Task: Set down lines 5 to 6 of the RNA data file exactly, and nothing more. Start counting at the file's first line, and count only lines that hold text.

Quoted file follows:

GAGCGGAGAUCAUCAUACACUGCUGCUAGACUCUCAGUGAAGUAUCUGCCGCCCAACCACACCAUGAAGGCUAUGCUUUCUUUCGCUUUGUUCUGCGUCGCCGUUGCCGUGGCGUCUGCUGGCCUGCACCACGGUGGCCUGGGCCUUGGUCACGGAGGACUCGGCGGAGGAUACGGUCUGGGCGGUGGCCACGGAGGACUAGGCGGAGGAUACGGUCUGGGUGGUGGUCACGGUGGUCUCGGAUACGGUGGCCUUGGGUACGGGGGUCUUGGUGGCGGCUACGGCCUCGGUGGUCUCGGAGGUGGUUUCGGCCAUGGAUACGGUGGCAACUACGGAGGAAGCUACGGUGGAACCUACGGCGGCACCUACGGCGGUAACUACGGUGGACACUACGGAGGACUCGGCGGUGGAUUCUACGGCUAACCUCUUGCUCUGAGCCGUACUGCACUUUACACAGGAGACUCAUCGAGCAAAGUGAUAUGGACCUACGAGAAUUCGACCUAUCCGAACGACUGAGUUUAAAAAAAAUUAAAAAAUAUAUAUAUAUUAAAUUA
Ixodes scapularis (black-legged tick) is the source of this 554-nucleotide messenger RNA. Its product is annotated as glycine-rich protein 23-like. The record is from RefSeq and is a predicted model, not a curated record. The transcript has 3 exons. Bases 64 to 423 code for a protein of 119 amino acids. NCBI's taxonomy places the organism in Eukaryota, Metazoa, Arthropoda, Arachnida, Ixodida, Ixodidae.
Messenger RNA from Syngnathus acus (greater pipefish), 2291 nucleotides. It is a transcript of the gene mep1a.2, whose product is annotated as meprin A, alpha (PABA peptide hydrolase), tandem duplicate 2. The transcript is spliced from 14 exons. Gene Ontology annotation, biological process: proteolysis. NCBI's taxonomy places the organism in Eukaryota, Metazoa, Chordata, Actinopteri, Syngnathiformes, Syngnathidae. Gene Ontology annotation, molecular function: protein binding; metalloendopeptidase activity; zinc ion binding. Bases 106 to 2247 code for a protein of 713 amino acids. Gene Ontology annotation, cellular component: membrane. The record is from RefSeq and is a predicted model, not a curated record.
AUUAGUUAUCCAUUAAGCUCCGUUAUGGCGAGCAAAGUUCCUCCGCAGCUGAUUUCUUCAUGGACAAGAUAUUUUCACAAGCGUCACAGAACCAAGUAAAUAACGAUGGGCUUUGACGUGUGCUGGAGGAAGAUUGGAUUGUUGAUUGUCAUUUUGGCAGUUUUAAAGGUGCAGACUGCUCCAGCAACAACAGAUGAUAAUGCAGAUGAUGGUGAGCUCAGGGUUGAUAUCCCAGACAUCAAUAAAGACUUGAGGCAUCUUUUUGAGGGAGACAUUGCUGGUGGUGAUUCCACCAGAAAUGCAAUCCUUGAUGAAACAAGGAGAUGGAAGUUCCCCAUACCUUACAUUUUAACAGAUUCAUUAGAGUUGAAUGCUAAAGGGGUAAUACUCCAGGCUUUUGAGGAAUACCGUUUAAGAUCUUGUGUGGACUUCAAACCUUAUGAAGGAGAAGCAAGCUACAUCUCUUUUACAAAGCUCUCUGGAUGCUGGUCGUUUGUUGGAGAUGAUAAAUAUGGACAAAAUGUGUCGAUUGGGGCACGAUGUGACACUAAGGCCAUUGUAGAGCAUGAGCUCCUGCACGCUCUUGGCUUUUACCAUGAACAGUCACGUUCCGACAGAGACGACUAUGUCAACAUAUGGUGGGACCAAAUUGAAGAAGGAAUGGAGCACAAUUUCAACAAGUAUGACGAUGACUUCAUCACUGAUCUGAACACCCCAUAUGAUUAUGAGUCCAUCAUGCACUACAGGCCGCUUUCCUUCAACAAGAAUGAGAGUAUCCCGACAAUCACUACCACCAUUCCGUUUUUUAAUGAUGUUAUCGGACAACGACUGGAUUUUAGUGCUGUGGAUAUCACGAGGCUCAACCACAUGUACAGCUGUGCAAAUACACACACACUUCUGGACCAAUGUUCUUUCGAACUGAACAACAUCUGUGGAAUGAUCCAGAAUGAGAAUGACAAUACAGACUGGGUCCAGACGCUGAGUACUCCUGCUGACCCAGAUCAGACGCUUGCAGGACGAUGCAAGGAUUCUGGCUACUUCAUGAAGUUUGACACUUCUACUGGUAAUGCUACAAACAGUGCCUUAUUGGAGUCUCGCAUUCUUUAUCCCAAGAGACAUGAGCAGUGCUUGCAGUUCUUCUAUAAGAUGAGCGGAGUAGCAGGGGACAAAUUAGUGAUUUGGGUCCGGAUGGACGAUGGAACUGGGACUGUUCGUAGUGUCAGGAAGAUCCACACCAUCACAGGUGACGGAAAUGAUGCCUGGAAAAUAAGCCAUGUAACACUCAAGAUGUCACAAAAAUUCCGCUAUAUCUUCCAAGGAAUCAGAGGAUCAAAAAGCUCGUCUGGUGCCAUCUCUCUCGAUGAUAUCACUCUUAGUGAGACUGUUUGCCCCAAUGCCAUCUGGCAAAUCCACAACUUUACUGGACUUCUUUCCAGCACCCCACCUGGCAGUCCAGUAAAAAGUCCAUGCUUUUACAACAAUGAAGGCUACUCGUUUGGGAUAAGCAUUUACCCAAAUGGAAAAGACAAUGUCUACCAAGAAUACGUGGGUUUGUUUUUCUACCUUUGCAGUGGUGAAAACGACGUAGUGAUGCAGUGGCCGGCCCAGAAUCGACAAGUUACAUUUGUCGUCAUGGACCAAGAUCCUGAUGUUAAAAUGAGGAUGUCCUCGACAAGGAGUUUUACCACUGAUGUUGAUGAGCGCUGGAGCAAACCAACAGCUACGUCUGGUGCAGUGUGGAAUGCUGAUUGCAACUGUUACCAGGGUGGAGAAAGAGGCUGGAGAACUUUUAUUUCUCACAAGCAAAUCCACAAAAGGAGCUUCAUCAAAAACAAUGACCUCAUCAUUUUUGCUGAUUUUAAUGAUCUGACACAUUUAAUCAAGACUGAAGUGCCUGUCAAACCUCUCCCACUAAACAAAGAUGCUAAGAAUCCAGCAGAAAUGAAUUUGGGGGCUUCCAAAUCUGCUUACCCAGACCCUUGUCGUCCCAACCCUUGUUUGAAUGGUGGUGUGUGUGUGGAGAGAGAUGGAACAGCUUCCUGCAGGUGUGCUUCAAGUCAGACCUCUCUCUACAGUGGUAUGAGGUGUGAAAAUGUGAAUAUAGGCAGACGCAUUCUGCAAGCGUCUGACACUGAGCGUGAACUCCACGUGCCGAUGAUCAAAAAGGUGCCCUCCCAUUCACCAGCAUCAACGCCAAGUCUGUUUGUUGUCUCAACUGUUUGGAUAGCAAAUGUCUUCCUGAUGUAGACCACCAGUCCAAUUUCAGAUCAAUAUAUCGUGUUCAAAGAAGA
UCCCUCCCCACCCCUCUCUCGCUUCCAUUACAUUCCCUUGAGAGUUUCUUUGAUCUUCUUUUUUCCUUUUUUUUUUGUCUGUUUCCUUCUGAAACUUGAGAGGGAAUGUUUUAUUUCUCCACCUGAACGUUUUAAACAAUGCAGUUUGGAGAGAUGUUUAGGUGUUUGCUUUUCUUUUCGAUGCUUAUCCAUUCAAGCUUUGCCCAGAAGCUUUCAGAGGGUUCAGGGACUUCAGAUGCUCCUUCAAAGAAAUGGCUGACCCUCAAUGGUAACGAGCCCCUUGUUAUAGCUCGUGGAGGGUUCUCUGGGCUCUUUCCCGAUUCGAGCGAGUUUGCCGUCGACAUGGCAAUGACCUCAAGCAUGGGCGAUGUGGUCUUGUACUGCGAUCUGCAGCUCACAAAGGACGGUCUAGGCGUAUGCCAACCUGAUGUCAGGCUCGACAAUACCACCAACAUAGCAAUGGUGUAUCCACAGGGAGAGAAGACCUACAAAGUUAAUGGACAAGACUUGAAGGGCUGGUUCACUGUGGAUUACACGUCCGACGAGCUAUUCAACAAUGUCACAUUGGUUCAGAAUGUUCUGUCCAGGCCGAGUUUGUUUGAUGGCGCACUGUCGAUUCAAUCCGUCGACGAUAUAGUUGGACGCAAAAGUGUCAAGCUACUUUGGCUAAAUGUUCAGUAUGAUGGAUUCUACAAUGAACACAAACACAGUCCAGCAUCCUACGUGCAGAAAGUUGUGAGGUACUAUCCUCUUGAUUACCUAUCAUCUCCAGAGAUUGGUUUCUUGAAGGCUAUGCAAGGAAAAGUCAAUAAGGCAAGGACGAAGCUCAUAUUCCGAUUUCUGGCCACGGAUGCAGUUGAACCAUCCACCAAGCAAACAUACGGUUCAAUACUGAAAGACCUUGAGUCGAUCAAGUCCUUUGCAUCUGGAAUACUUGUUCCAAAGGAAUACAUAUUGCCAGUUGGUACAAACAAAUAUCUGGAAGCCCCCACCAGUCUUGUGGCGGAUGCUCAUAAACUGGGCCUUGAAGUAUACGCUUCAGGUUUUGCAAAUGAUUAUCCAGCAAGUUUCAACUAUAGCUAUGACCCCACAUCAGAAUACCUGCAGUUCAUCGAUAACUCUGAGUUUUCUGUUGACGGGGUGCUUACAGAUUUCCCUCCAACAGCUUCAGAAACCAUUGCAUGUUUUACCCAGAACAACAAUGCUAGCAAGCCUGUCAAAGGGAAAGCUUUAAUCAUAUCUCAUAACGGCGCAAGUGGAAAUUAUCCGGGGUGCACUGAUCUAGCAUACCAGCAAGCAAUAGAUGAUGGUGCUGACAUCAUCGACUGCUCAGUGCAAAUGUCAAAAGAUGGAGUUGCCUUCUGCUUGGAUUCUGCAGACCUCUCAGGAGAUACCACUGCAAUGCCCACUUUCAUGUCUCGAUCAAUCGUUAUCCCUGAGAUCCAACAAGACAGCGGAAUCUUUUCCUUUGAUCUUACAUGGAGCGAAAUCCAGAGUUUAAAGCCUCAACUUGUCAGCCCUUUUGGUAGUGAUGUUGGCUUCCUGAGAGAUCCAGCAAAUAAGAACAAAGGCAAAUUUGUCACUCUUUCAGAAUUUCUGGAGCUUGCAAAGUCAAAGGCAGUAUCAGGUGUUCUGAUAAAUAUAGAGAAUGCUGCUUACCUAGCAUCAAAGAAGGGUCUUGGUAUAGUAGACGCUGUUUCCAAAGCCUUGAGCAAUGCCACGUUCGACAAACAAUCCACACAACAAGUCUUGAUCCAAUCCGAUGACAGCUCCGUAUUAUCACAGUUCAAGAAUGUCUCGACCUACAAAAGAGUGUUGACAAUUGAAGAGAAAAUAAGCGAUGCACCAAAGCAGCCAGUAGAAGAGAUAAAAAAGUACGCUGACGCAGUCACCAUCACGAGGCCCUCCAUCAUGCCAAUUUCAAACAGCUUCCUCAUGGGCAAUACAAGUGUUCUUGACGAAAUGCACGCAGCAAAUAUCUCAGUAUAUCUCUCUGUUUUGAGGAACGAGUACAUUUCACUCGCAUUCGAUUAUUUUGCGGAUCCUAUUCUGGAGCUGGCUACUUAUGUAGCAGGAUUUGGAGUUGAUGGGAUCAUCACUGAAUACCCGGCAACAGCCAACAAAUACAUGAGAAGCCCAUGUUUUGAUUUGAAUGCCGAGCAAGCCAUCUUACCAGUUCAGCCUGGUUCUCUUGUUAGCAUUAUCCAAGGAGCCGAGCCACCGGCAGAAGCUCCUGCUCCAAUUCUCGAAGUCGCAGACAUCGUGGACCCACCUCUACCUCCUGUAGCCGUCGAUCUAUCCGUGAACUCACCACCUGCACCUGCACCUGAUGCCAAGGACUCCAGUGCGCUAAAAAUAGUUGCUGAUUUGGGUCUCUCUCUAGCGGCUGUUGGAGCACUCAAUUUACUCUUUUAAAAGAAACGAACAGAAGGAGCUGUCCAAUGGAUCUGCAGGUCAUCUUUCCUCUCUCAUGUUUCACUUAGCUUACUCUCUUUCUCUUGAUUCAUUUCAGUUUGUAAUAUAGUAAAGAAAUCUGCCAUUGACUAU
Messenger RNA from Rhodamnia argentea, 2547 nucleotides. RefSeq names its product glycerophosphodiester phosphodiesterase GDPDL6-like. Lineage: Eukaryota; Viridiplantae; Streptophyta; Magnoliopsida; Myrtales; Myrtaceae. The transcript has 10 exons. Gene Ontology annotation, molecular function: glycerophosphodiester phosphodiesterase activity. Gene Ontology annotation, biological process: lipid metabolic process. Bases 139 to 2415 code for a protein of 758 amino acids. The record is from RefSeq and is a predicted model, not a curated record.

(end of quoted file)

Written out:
UCCCUCCCCACCCCUCUCUCGCUUCCAUUACAUUCCCUUGAGAGUUUCUUUGAUCUUCUUUUUUCCUUUUUUUUUUGUCUGUUUCCUUCUGAAACUUGAGAGGGAAUGUUUUAUUUCUCCACCUGAACGUUUUAAACAAUGCAGUUUGGAGAGAUGUUUAGGUGUUUGCUUUUCUUUUCGAUGCUUAUCCAUUCAAGCUUUGCCCAGAAGCUUUCAGAGGGUUCAGGGACUUCAGAUGCUCCUUCAAAGAAAUGGCUGACCCUCAAUGGUAACGAGCCCCUUGUUAUAGCUCGUGGAGGGUUCUCUGGGCUCUUUCCCGAUUCGAGCGAGUUUGCCGUCGACAUGGCAAUGACCUCAAGCAUGGGCGAUGUGGUCUUGUACUGCGAUCUGCAGCUCACAAAGGACGGUCUAGGCGUAUGCCAACCUGAUGUCAGGCUCGACAAUACCACCAACAUAGCAAUGGUGUAUCCACAGGGAGAGAAGACCUACAAAGUUAAUGGACAAGACUUGAAGGGCUGGUUCACUGUGGAUUACACGUCCGACGAGCUAUUCAACAAUGUCACAUUGGUUCAGAAUGUUCUGUCCAGGCCGAGUUUGUUUGAUGGCGCACUGUCGAUUCAAUCCGUCGACGAUAUAGUUGGACGCAAAAGUGUCAAGCUACUUUGGCUAAAUGUUCAGUAUGAUGGAUUCUACAAUGAACACAAACACAGUCCAGCAUCCUACGUGCAGAAAGUUGUGAGGUACUAUCCUCUUGAUUACCUAUCAUCUCCAGAGAUUGGUUUCUUGAAGGCUAUGCAAGGAAAAGUCAAUAAGGCAAGGACGAAGCUCAUAUUCCGAUUUCUGGCCACGGAUGCAGUUGAACCAUCCACCAAGCAAACAUACGGUUCAAUACUGAAAGACCUUGAGUCGAUCAAGUCCUUUGCAUCUGGAAUACUUGUUCCAAAGGAAUACAUAUUGCCAGUUGGUACAAACAAAUAUCUGGAAGCCCCCACCAGUCUUGUGGCGGAUGCUCAUAAACUGGGCCUUGAAGUAUACGCUUCAGGUUUUGCAAAUGAUUAUCCAGCAAGUUUCAACUAUAGCUAUGACCCCACAUCAGAAUACCUGCAGUUCAUCGAUAACUCUGAGUUUUCUGUUGACGGGGUGCUUACAGAUUUCCCUCCAACAGCUUCAGAAACCAUUGCAUGUUUUACCCAGAACAACAAUGCUAGCAAGCCUGUCAAAGGGAAAGCUUUAAUCAUAUCUCAUAACGGCGCAAGUGGAAAUUAUCCGGGGUGCACUGAUCUAGCAUACCAGCAAGCAAUAGAUGAUGGUGCUGACAUCAUCGACUGCUCAGUGCAAAUGUCAAAAGAUGGAGUUGCCUUCUGCUUGGAUUCUGCAGACCUCUCAGGAGAUACCACUGCAAUGCCCACUUUCAUGUCUCGAUCAAUCGUUAUCCCUGAGAUCCAACAAGACAGCGGAAUCUUUUCCUUUGAUCUUACAUGGAGCGAAAUCCAGAGUUUAAAGCCUCAACUUGUCAGCCCUUUUGGUAGUGAUGUUGGCUUCCUGAGAGAUCCAGCAAAUAAGAACAAAGGCAAAUUUGUCACUCUUUCAGAAUUUCUGGAGCUUGCAAAGUCAAAGGCAGUAUCAGGUGUUCUGAUAAAUAUAGAGAAUGCUGCUUACCUAGCAUCAAAGAAGGGUCUUGGUAUAGUAGACGCUGUUUCCAAAGCCUUGAGCAAUGCCACGUUCGACAAACAAUCCACACAACAAGUCUUGAUCCAAUCCGAUGACAGCUCCGUAUUAUCACAGUUCAAGAAUGUCUCGACCUACAAAAGAGUGUUGACAAUUGAAGAGAAAAUAAGCGAUGCACCAAAGCAGCCAGUAGAAGAGAUAAAAAAGUACGCUGACGCAGUCACCAUCACGAGGCCCUCCAUCAUGCCAAUUUCAAACAGCUUCCUCAUGGGCAAUACAAGUGUUCUUGACGAAAUGCACGCAGCAAAUAUCUCAGUAUAUCUCUCUGUUUUGAGGAACGAGUACAUUUCACUCGCAUUCGAUUAUUUUGCGGAUCCUAUUCUGGAGCUGGCUACUUAUGUAGCAGGAUUUGGAGUUGAUGGGAUCAUCACUGAAUACCCGGCAACAGCCAACAAAUACAUGAGAAGCCCAUGUUUUGAUUUGAAUGCCGAGCAAGCCAUCUUACCAGUUCAGCCUGGUUCUCUUGUUAGCAUUAUCCAAGGAGCCGAGCCACCGGCAGAAGCUCCUGCUCCAAUUCUCGAAGUCGCAGACAUCGUGGACCCACCUCUACCUCCUGUAGCCGUCGAUCUAUCCGUGAACUCACCACCUGCACCUGCACCUGAUGCCAAGGACUCCAGUGCGCUAAAAAUAGUUGCUGAUUUGGGUCUCUCUCUAGCGGCUGUUGGAGCACUCAAUUUACUCUUUUAAAAGAAACGAACAGAAGGAGCUGUCCAAUGGAUCUGCAGGUCAUCUUUCCUCUCUCAUGUUUCACUUAGCUUACUCUCUUUCUCUUGAUUCAUUUCAGUUUGUAAUAUAGUAAAGAAAUCUGCCAUUGACUAU
Messenger RNA from Rhodamnia argentea, 2547 nucleotides. RefSeq names its product glycerophosphodiester phosphodiesterase GDPDL6-like. Lineage: Eukaryota; Viridiplantae; Streptophyta; Magnoliopsida; Myrtales; Myrtaceae. The transcript has 10 exons. Gene Ontology annotation, molecular function: glycerophosphodiester phosphodiesterase activity. Gene Ontology annotation, biological process: lipid metabolic process. Bases 139 to 2415 code for a protein of 758 amino acids. The record is from RefSeq and is a predicted model, not a curated record.